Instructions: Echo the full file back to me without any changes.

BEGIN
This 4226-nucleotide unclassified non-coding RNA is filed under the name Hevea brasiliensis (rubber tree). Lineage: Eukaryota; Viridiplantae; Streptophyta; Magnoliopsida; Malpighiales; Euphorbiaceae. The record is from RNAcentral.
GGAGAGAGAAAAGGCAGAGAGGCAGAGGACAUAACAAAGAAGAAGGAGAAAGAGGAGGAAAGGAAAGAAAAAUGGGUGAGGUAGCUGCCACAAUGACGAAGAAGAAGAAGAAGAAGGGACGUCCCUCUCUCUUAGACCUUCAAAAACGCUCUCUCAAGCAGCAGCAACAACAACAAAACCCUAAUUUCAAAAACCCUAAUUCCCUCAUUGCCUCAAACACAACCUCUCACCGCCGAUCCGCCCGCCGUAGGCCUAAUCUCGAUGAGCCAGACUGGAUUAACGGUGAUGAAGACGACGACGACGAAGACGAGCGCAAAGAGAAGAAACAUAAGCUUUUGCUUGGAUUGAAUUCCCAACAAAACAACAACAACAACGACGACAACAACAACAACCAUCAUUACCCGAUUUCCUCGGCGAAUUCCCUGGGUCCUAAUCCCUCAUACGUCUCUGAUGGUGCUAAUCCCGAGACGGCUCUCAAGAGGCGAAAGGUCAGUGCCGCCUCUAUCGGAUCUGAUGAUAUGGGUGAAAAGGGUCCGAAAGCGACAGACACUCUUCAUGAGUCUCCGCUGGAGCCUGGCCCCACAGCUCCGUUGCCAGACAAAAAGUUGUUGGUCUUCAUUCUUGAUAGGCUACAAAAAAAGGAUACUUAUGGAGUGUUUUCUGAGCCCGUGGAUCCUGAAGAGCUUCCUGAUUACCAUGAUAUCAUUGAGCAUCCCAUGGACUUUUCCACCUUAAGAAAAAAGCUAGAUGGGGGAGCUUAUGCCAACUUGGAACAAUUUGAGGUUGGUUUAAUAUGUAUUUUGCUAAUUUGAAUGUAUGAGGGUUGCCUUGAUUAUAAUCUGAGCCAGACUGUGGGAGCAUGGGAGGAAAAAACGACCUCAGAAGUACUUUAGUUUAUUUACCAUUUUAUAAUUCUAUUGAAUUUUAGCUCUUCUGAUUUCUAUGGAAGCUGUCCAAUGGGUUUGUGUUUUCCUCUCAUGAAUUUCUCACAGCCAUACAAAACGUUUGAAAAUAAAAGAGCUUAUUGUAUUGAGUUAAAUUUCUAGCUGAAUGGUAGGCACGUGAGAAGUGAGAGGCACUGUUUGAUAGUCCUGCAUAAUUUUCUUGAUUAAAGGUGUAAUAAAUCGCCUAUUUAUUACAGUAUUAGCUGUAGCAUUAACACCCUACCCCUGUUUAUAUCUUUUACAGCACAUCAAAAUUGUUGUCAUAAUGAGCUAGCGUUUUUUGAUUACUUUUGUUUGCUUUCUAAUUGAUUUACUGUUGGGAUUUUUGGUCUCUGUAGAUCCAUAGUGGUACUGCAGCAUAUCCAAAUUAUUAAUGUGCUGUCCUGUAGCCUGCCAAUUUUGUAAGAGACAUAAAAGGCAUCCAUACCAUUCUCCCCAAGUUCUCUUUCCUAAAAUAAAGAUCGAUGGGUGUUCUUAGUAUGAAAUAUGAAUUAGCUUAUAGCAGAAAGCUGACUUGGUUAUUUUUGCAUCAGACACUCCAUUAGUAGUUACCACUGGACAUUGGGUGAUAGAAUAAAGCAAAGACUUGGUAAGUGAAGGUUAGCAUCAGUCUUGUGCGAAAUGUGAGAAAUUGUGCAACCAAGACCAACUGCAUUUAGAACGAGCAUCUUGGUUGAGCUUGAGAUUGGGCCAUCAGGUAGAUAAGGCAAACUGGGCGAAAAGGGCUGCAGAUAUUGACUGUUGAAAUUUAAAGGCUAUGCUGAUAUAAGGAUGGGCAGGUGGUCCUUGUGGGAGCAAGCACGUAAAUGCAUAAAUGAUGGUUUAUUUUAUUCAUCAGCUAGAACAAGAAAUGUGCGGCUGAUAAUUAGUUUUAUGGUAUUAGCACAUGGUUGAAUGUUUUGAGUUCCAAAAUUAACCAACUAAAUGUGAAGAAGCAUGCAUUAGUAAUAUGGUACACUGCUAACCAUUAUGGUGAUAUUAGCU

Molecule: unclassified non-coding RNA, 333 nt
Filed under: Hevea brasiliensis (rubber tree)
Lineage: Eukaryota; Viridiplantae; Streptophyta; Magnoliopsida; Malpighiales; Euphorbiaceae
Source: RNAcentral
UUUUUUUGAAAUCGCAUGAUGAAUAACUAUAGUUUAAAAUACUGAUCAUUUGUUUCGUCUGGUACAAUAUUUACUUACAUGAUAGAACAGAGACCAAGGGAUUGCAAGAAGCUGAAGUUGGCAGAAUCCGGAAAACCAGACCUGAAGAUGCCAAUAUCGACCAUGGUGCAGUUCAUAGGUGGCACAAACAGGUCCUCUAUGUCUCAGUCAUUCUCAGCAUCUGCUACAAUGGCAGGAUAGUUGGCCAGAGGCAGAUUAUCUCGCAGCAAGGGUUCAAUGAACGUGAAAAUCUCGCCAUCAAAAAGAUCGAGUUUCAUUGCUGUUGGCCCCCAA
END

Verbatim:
This 4226-nucleotide unclassified non-coding RNA is filed under the name Hevea brasiliensis (rubber tree). Lineage: Eukaryota; Viridiplantae; Streptophyta; Magnoliopsida; Malpighiales; Euphorbiaceae. The record is from RNAcentral.
GGAGAGAGAAAAGGCAGAGAGGCAGAGGACAUAACAAAGAAGAAGGAGAAAGAGGAGGAAAGGAAAGAAAAAUGGGUGAGGUAGCUGCCACAAUGACGAAGAAGAAGAAGAAGAAGGGACGUCCCUCUCUCUUAGACCUUCAAAAACGCUCUCUCAAGCAGCAGCAACAACAACAAAACCCUAAUUUCAAAAACCCUAAUUCCCUCAUUGCCUCAAACACAACCUCUCACCGCCGAUCCGCCCGCCGUAGGCCUAAUCUCGAUGAGCCAGACUGGAUUAACGGUGAUGAAGACGACGACGACGAAGACGAGCGCAAAGAGAAGAAACAUAAGCUUUUGCUUGGAUUGAAUUCCCAACAAAACAACAACAACAACGACGACAACAACAACAACCAUCAUUACCCGAUUUCCUCGGCGAAUUCCCUGGGUCCUAAUCCCUCAUACGUCUCUGAUGGUGCUAAUCCCGAGACGGCUCUCAAGAGGCGAAAGGUCAGUGCCGCCUCUAUCGGAUCUGAUGAUAUGGGUGAAAAGGGUCCGAAAGCGACAGACACUCUUCAUGAGUCUCCGCUGGAGCCUGGCCCCACAGCUCCGUUGCCAGACAAAAAGUUGUUGGUCUUCAUUCUUGAUAGGCUACAAAAAAAGGAUACUUAUGGAGUGUUUUCUGAGCCCGUGGAUCCUGAAGAGCUUCCUGAUUACCAUGAUAUCAUUGAGCAUCCCAUGGACUUUUCCACCUUAAGAAAAAAGCUAGAUGGGGGAGCUUAUGCCAACUUGGAACAAUUUGAGGUUGGUUUAAUAUGUAUUUUGCUAAUUUGAAUGUAUGAGGGUUGCCUUGAUUAUAAUCUGAGCCAGACUGUGGGAGCAUGGGAGGAAAAAACGACCUCAGAAGUACUUUAGUUUAUUUACCAUUUUAUAAUUCUAUUGAAUUUUAGCUCUUCUGAUUUCUAUGGAAGCUGUCCAAUGGGUUUGUGUUUUCCUCUCAUGAAUUUCUCACAGCCAUACAAAACGUUUGAAAAUAAAAGAGCUUAUUGUAUUGAGUUAAAUUUCUAGCUGAAUGGUAGGCACGUGAGAAGUGAGAGGCACUGUUUGAUAGUCCUGCAUAAUUUUCUUGAUUAAAGGUGUAAUAAAUCGCCUAUUUAUUACAGUAUUAGCUGUAGCAUUAACACCCUACCCCUGUUUAUAUCUUUUACAGCACAUCAAAAUUGUUGUCAUAAUGAGCUAGCGUUUUUUGAUUACUUUUGUUUGCUUUCUAAUUGAUUUACUGUUGGGAUUUUUGGUCUCUGUAGAUCCAUAGUGGUACUGCAGCAUAUCCAAAUUAUUAAUGUGCUGUCCUGUAGCCUGCCAAUUUUGUAAGAGACAUAAAAGGCAUCCAUACCAUUCUCCCCAAGUUCUCUUUCCUAAAAUAAAGAUCGAUGGGUGUUCUUAGUAUGAAAUAUGAAUUAGCUUAUAGCAGAAAGCUGACUUGGUUAUUUUUGCAUCAGACACUCCAUUAGUAGUUACCACUGGACAUUGGGUGAUAGAAUAAAGCAAAGACUUGGUAAGUGAAGGUUAGCAUCAGUCUUGUGCGAAAUGUGAGAAAUUGUGCAACCAAGACCAACUGCAUUUAGAACGAGCAUCUUGGUUGAGCUUGAGAUUGGGCCAUCAGGUAGAUAAGGCAAACUGGGCGAAAAGGGCUGCAGAUAUUGACUGUUGAAAUUUAAAGGCUAUGCUGAUAUAAGGAUGGGCAGGUGGUCCUUGUGGGAGCAAGCACGUAAAUGCAUAAAUGAUGGUUUAUUUUAUUCAUCAGCUAGAACAAGAAAUGUGCGGCUGAUAAUUAGUUUUAUGGUAUUAGCACAUGGUUGAAUGUUUUGAGUUCCAAAAUUAACCAACUAAAUGUGAAGAAGCAUGCAUUAGUAAUAUGGUACACUGCUAACCAUUAUGGUGAUAUUAGCU

Molecule: unclassified non-coding RNA, 333 nt
Filed under: Hevea brasiliensis (rubber tree)
Lineage: Eukaryota; Viridiplantae; Streptophyta; Magnoliopsida; Malpighiales; Euphorbiaceae
Source: RNAcentral
UUUUUUUGAAAUCGCAUGAUGAAUAACUAUAGUUUAAAAUACUGAUCAUUUGUUUCGUCUGGUACAAUAUUUACUUACAUGAUAGAACAGAGACCAAGGGAUUGCAAGAAGCUGAAGUUGGCAGAAUCCGGAAAACCAGACCUGAAGAUGCCAAUAUCGACCAUGGUGCAGUUCAUAGGUGGCACAAACAGGUCCUCUAUGUCUCAGUCAUUCUCAGCAUCUGCUACAAUGGCAGGAUAGUUGGCCAGAGGCAGAUUAUCUCGCAGCAAGGGUUCAAUGAACGUGAAAAUCUCGCCAUCAAAAAGAUCGAGUUUCAUUGCUGUUGGCCCCCAA